The syllabus can be found at the syllabus tab.


Course notes can be found in the tab to the left.

Previous semester

This course is a continuation of the Fall 2021 course Derived Categories I.


If you are interested in a bit about who I am and what I do visit my website.

Quasi-coherent sheaves on projective varieties

Let be a -graded commutative ring.

We constructed a functor where and a functor in the other direction

Let's think a little more about their relationsip. For any , we get a map Applying , we get a map and hence an element of . This gives a natural transformation

Similarly, for any -module , there is a natural transformation which we describe on the principal opens for with . We have Each element of can be written as where and . Restricting to we get an element .

On , we have an isomorphism . Thus, we get an element giving an element of .

Proposition. The natural transformations and induce an adjunction .

Proof. (Expand to view)

Using a [theorem]( from last semester, we have to check that and are both identity maps.

For the , we check the map is the identity for sections over each principal open . Given , we have restricting back to gives .

For , if we take , then corresponds to global section of which is on each . Applying , we see we get back.


Under some mild assumptions, we see that hits all quasi-coherent sheaves on .

Lemma. If is finitely-generated in degree as a graded -algebra and is quasi-coherent, then is an isomorphism.

Proof. (Expand to view)

From the above, we see that if and only if . Thus, away from .

Let denote our generators in degree . We have a affine cover and is a hypersurface in each . Then is a module and . We know that in so there is some with on . Taking the max of the , we see that there is some with on all of . Thus, in x already and is injective.

A similar argument shows that for any there is some so that lifts to . This shows that is surjective.


Recall that for a graded -module , we have its torsion submodule and we say a is torsion if The module is torsion-free if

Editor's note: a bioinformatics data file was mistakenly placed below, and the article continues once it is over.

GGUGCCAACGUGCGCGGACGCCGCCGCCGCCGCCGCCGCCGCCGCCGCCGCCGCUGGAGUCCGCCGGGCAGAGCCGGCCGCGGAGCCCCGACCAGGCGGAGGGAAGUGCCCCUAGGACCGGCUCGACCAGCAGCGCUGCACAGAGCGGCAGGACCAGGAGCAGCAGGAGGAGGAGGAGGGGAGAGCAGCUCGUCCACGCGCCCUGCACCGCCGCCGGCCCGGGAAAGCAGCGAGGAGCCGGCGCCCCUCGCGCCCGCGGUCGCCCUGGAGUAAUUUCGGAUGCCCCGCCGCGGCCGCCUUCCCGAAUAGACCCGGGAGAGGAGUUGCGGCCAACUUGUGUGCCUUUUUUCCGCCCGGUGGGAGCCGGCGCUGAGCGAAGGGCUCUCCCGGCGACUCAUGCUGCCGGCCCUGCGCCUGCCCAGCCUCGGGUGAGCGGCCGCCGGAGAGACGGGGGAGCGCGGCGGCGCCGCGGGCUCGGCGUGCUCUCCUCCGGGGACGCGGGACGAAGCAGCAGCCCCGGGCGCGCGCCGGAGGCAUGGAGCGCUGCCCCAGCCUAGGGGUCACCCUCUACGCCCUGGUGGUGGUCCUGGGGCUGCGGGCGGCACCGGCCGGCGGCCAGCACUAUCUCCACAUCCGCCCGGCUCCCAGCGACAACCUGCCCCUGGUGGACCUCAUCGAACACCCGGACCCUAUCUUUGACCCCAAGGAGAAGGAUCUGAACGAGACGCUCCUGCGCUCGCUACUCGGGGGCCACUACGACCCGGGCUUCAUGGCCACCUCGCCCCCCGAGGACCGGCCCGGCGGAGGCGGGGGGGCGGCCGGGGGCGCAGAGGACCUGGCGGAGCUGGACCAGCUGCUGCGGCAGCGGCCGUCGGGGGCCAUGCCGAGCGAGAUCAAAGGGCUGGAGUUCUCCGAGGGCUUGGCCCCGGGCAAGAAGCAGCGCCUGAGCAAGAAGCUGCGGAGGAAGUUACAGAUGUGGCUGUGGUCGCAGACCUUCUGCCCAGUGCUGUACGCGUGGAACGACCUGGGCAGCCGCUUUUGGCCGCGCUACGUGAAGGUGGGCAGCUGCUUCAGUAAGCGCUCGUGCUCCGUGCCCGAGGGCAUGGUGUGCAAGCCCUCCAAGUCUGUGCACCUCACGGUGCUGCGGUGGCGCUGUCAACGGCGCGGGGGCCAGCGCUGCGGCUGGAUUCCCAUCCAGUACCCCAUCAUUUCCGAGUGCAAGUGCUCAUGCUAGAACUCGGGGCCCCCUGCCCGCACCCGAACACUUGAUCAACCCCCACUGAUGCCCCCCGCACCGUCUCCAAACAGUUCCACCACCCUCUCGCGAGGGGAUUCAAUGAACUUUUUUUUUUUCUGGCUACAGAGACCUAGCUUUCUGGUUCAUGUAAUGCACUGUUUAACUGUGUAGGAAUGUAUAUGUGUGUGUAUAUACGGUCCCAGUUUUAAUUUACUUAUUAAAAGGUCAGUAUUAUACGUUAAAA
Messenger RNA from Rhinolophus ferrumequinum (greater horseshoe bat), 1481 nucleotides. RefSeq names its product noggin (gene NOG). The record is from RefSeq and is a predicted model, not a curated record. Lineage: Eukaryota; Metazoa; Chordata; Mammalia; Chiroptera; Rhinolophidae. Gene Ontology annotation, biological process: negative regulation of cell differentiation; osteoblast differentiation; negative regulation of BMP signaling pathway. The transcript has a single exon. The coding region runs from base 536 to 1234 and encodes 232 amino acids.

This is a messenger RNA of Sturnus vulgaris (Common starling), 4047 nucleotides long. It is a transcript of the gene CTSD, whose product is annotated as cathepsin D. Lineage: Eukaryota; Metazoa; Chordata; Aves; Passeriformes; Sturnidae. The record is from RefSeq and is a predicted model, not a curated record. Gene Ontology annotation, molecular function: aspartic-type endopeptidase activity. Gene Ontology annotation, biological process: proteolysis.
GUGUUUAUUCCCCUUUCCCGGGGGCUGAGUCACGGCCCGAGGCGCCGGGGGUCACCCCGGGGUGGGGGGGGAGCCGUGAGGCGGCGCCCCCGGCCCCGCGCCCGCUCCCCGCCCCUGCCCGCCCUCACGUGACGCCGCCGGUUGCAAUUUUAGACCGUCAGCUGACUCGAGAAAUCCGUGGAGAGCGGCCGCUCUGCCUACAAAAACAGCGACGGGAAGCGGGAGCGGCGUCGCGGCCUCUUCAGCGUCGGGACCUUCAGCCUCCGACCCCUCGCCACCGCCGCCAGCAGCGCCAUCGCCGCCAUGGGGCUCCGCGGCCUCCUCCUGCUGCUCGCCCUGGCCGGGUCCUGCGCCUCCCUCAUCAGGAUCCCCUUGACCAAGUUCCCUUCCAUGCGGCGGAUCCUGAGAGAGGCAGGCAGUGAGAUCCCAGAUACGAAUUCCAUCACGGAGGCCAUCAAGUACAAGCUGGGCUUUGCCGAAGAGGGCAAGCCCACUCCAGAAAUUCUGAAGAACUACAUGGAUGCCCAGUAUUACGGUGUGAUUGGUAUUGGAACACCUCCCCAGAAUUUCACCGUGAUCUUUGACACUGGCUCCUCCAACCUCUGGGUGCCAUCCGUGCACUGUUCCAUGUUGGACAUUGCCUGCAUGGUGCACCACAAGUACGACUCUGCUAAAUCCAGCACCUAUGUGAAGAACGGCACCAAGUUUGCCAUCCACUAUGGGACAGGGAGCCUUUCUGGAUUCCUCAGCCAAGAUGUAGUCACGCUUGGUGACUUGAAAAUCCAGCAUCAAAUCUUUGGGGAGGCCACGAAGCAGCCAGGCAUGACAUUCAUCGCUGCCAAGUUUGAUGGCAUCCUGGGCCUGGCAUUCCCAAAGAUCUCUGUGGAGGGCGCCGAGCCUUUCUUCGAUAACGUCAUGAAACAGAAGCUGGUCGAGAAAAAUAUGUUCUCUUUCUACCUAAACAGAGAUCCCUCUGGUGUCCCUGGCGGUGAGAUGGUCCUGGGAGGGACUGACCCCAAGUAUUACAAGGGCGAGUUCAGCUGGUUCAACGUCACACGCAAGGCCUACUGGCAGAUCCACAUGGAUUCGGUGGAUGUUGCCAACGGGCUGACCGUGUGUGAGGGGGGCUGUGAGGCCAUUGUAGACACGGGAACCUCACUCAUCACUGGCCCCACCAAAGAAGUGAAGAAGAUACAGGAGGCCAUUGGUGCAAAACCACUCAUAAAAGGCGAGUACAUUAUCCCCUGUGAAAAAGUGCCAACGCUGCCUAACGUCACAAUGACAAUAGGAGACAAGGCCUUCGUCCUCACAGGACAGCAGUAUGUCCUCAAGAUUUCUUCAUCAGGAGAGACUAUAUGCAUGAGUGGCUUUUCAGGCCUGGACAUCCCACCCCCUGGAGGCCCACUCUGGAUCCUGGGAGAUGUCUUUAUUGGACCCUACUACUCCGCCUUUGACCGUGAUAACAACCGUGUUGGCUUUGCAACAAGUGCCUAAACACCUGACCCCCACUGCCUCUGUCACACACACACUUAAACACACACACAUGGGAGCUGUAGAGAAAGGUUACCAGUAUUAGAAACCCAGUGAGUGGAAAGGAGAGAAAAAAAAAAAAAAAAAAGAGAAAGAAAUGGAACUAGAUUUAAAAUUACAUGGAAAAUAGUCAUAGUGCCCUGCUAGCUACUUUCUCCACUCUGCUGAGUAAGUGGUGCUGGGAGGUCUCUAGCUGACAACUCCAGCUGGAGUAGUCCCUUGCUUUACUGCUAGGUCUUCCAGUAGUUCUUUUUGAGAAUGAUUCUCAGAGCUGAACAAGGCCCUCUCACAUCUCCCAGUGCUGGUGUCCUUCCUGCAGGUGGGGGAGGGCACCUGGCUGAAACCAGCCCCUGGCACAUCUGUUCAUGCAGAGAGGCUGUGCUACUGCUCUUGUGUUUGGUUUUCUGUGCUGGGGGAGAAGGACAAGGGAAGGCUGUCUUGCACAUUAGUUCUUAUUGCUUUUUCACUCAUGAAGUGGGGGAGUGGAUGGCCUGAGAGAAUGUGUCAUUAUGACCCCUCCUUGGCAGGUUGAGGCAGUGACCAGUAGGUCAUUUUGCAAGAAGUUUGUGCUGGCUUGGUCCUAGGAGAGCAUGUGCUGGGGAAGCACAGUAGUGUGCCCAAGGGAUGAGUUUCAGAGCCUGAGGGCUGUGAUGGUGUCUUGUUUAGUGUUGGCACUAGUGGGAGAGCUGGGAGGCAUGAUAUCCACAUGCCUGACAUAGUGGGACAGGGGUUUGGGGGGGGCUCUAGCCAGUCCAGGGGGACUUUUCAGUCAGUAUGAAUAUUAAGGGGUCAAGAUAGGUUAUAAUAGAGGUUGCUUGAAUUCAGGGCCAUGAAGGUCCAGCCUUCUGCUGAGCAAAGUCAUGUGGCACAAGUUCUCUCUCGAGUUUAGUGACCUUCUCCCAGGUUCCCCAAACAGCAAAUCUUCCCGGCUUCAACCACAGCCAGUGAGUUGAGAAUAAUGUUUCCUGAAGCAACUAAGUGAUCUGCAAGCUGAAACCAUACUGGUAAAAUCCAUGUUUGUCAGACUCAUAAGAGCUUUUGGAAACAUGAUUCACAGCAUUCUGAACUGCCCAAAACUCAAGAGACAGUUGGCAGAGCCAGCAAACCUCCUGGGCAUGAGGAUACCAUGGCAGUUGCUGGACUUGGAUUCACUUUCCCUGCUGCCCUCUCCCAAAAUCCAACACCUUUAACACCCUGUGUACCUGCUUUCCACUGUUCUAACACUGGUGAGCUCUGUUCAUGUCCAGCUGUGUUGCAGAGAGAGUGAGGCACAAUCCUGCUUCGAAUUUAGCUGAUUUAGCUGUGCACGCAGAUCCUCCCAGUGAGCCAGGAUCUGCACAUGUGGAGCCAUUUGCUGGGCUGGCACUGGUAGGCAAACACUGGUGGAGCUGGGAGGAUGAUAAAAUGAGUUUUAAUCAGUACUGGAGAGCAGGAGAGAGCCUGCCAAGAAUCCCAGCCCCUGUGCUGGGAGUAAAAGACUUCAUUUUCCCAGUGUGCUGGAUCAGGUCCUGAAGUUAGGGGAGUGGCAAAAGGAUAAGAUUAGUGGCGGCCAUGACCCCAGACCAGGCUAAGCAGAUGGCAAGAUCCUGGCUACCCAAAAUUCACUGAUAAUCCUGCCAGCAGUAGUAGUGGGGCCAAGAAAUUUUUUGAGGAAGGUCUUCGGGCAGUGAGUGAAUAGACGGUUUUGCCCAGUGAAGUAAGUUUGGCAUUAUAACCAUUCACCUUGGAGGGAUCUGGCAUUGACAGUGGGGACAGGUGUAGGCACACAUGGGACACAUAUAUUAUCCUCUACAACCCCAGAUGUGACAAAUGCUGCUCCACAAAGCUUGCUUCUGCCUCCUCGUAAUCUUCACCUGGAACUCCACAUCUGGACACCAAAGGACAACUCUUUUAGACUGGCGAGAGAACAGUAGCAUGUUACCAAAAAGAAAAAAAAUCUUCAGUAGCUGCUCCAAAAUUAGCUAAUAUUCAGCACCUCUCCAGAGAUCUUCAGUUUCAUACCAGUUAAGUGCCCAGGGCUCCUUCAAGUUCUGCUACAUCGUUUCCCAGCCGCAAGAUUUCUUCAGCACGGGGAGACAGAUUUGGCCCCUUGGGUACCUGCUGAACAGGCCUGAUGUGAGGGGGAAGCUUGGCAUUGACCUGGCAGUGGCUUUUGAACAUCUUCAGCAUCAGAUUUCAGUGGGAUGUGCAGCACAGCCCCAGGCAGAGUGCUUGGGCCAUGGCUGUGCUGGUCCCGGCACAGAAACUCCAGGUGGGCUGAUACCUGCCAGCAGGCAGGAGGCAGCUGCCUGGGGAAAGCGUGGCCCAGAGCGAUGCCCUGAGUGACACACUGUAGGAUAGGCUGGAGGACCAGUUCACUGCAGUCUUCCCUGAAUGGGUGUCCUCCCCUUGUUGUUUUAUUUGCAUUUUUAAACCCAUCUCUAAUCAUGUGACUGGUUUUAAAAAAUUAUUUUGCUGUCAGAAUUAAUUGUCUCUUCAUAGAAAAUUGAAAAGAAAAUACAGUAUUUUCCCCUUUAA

There is a short exact sequence Since there is a natural map

Lemma. Assume is finitely-generated over in degree by and that each is not a zero-divisor. Then M is injective

Proof. (Expand to view)

The kernel of consists of such that in for all homogeneous .

Let denote the generators of over in degree . Let be an element of degree . Then for each and for some . Thus, for large enough we have and so .


We can describe as where is the internal Hom for graded modules.

There are also the exact sequences which gives an exact sequence similar to the sequence which leads us to compare and

Since are all isomorphisms, we see that any induces a well-defined and hence an element of .

Let's denote this map by

Lemma. Assume that is finitely-generated over by elements of degree . Then is an isomorphism for all .

Proof. (Expand to view)

An element of is a collection of homogeneous elements for each homogeneous so that - there is such that has degree and - for any in .

Let denote a set of homogeneous generators for over . We claim that the function which assigns extends to a well-defined module map for some . This gives the inverse to .

Let's check that this construction yields a well-defined homomorphism. Up to replacing with and with , we can assume that in . If we have a relation of the form then in we have Thus, is annihilated by some power of each . Passing to a sufficient high power of forces this to vanish.


As a corollary, we get short exact sequences.

Corollary. Assume that is finitely-generated by elements of degree over . Then, for each injective graded -module we have a short exact sequence

Proof. (Expand to view)

Since is injective, we get short exact sequences taking direct sums and passing to the colimit gives the result.


Note the map is not always onto.

Example. Take with . Then,

As consequence, we get a semi-orthogonal decomposition relating graded -modules and quasi-coherent sheaves on .